A: Well, I think we have to change the default for that regardless of your religious beliefs, but overall, I have to admit, the module seems to be correct.

B: Great! Now, can I work on something else at last?

A: Not so fast. I'm not happy about imposing this extra hardware requirement on all our customers, that's really not going to sit well with Marketing, and I'd like you to, at the very least, explain exactly why your code now requires an implausibly huge amount of disk space just to do basic arithmetic.

B: Well. You told me that I had to add an infinite number of features, and I said that was a problem, and you told me to put on my programming trousers and do it anyway, and so I thought it over and realized that I didn't really need to do an infinite amount of work.

A: Well, I'm glad you realized that.

B: Yes! Because Friend Computer only has a finite number of bits in its registers.

A: Uh-oh.

B: When you say the module has to get the right answer for all possible cases of addition, that's not really an infinite number.

A: So you figured 32 bits for the left operand and 32 bits for the right operand...

B: Right. And another four bits to encode some information about types. That makes 2^68 cases. With a four-byte result for each, it comes to 1.18 zettabytes total.

A: It must have been a lot of work entering that many constants into the lookup table.

B: I wrote a piece of software to do it automatically.

A: So, let me get this straight. You were tasked to make the module add numbers, right?

B: It always did, but you wanted extra features.

A: Urgh... well, anyway, you decided to implement addition of 32-bit numbers by a lookup table of 2^68 entries, which requires an external hard drive that stores a little over twice the size of the entire World Wide Web as of 2009.

B: Well, the Web has gotten bigger since then.

A: Yes, and hard drives cheaper. But even so.

B: I myself have written several long Wikipedia articles this year.

A: That's not the point. Here's the thing: in order to fill in the entries for this unimaginably huge lookup table, you wrote other software, which necessarily computed those table entries, to write them to disk. Do you really see nothing wrong with this picture?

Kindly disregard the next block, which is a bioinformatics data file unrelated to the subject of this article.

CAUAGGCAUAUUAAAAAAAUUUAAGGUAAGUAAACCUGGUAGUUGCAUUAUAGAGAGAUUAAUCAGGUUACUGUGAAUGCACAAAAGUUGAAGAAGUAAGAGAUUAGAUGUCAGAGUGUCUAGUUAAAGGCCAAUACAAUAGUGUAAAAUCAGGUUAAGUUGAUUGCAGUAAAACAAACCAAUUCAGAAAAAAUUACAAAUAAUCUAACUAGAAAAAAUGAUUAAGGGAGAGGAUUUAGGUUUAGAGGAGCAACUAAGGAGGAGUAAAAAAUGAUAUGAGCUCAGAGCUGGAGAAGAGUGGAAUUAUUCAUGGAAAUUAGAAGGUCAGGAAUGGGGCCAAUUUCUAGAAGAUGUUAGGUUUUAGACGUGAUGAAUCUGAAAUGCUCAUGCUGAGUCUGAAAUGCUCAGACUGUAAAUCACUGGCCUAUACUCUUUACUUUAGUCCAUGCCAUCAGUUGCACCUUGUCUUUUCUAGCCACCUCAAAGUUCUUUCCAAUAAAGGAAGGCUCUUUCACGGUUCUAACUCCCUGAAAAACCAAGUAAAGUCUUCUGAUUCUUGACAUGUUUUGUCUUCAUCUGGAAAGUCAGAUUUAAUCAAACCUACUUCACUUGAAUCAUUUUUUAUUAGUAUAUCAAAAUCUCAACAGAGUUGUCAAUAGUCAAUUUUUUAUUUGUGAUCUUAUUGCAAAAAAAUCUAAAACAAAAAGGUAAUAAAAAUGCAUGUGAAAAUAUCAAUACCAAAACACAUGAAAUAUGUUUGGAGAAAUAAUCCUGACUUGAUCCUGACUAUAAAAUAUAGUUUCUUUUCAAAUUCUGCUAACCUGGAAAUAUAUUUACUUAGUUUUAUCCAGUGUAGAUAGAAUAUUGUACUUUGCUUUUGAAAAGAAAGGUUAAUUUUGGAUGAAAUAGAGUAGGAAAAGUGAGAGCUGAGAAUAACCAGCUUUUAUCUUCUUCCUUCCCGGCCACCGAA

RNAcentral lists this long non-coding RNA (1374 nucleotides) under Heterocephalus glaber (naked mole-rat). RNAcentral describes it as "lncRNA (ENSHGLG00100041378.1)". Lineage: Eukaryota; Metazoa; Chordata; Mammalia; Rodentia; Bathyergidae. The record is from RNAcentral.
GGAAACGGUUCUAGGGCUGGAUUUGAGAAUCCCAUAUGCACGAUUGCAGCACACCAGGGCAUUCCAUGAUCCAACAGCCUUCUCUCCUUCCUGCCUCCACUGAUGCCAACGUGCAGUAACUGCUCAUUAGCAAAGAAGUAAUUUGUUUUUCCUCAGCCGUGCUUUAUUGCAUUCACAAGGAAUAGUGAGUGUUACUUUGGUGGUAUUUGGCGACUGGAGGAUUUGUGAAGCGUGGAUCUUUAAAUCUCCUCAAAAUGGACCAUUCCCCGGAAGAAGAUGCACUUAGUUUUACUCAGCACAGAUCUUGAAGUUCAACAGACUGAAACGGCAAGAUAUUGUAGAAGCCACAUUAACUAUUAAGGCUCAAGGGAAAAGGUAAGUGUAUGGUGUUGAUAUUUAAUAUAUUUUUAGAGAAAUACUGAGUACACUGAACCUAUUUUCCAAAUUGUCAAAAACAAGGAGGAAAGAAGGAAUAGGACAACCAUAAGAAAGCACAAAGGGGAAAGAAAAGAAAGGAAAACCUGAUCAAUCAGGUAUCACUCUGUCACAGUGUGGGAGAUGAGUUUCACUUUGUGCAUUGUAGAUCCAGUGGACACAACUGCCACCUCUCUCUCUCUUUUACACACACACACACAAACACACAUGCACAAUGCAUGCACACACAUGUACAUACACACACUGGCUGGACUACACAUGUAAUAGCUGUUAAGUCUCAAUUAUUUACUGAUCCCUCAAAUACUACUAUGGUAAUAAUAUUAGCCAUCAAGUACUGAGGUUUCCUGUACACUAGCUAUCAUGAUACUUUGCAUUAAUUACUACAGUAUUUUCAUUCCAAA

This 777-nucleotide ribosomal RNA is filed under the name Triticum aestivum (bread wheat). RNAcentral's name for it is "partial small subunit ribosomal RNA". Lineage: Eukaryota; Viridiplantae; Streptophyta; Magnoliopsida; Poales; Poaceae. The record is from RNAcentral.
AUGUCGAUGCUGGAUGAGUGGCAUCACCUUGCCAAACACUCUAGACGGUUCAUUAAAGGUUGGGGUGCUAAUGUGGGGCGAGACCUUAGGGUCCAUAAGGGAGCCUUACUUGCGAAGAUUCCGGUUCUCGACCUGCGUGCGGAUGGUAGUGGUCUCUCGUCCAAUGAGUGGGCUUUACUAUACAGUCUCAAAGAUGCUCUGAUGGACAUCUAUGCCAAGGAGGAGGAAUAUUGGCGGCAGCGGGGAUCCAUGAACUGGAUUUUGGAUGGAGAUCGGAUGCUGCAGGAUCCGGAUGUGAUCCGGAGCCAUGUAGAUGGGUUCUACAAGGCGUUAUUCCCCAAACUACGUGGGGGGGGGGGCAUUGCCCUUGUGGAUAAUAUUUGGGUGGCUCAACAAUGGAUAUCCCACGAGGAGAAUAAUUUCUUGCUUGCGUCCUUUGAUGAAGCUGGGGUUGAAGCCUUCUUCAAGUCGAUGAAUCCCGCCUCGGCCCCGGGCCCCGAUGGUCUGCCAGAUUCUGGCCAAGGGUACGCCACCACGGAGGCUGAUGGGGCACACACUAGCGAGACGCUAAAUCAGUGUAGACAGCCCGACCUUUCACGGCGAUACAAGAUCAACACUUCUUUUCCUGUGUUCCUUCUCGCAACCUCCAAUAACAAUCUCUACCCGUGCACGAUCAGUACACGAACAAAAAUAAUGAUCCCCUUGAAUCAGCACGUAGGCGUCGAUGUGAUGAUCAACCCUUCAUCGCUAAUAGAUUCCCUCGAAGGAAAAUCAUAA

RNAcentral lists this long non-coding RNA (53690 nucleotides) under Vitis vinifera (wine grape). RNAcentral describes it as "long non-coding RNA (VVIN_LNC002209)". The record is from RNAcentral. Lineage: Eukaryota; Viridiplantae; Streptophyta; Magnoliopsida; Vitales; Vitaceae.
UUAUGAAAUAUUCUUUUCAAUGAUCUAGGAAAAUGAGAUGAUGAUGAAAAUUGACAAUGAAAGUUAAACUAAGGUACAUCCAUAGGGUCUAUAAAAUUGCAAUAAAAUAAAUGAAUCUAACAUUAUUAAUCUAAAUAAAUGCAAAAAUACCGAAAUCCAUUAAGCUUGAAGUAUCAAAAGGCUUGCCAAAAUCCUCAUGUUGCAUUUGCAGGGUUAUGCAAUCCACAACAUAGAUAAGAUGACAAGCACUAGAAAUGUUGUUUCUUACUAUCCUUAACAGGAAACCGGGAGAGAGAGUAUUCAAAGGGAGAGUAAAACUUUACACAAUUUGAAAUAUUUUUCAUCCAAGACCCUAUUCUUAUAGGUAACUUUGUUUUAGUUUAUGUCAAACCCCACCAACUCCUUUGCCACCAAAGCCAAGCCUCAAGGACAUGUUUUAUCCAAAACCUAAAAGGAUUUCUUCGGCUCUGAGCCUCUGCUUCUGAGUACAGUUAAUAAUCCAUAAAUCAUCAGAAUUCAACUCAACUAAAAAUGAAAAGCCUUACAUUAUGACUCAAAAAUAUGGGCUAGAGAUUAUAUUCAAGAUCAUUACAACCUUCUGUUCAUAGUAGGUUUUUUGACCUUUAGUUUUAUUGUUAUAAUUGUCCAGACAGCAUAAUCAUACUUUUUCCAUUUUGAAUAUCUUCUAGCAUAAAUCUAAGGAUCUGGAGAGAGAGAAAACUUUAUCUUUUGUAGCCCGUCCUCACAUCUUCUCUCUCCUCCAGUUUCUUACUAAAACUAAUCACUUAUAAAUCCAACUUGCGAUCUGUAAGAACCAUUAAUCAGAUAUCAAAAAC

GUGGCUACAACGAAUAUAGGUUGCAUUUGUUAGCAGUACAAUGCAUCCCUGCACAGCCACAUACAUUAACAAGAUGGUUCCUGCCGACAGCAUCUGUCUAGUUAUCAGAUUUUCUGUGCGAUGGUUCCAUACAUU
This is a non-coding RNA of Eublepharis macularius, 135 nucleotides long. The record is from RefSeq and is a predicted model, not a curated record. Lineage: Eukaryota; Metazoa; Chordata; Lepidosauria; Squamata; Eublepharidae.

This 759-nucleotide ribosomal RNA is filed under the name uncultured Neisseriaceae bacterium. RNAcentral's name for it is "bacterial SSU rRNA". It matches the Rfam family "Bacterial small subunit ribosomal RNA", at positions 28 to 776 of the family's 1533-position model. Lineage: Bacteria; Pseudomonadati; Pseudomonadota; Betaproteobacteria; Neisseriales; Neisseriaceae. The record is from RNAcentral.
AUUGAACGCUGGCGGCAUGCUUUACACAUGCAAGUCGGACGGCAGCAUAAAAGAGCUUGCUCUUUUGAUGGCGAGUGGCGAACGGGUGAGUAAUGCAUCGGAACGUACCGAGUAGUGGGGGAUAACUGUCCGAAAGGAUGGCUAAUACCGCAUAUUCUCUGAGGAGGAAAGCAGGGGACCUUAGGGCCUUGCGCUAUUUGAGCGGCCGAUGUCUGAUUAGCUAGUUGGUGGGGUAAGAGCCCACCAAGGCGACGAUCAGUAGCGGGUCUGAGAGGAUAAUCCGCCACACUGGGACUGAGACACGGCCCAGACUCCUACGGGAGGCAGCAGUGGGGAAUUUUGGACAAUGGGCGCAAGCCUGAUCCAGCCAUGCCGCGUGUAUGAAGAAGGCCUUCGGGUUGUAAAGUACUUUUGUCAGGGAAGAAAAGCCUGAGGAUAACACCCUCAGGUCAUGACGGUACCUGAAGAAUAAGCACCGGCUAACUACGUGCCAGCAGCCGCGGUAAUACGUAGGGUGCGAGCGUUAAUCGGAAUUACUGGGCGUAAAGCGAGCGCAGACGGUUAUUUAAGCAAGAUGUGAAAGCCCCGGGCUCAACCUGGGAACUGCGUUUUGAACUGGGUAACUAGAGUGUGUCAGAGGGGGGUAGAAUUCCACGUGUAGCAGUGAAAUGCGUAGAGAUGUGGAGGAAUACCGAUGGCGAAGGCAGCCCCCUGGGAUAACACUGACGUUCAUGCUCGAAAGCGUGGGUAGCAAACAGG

B: The module works.

A: Seriously? That's your answer? You think this counts as "working"?

B: It does work. And it also passes the test suite.

A: But if your table-writing code can do correct addition anyway, then why not just... oh, never mind. I'm not even sure I care anymore.

B: I was hoping you'd say that! Are you finally ready to stop sabotaging yourself by making extra requirements and being so picky? Accept your happiness!

A: Well, neither of us is off the hook yet. I think a 1.18-zettabyte hard drive is an extra requirement that our customers won't accept. So, listen, I'll talk it over with Marketing, but please be ready to work on this again. I think they will almost certainly demand a module that really calculates the correct answers instead of looking them up.

B: So now that you've demanded and received all the extra features that could ever exist even in principle, you're going to start arbitrarily forbidding programming techniques that might possibly be applicable to the problem, one by one until the task really is impossible. I guess you don't actually want this project to succeed after all.

0 comments



(optional field)
(optional field)
Answer "bonobo" here to fight spam. ここに「bonobo」を答えてください。SPAMを退治しましょう!
I reserve the right to delete or edit comments in any way and for any reason.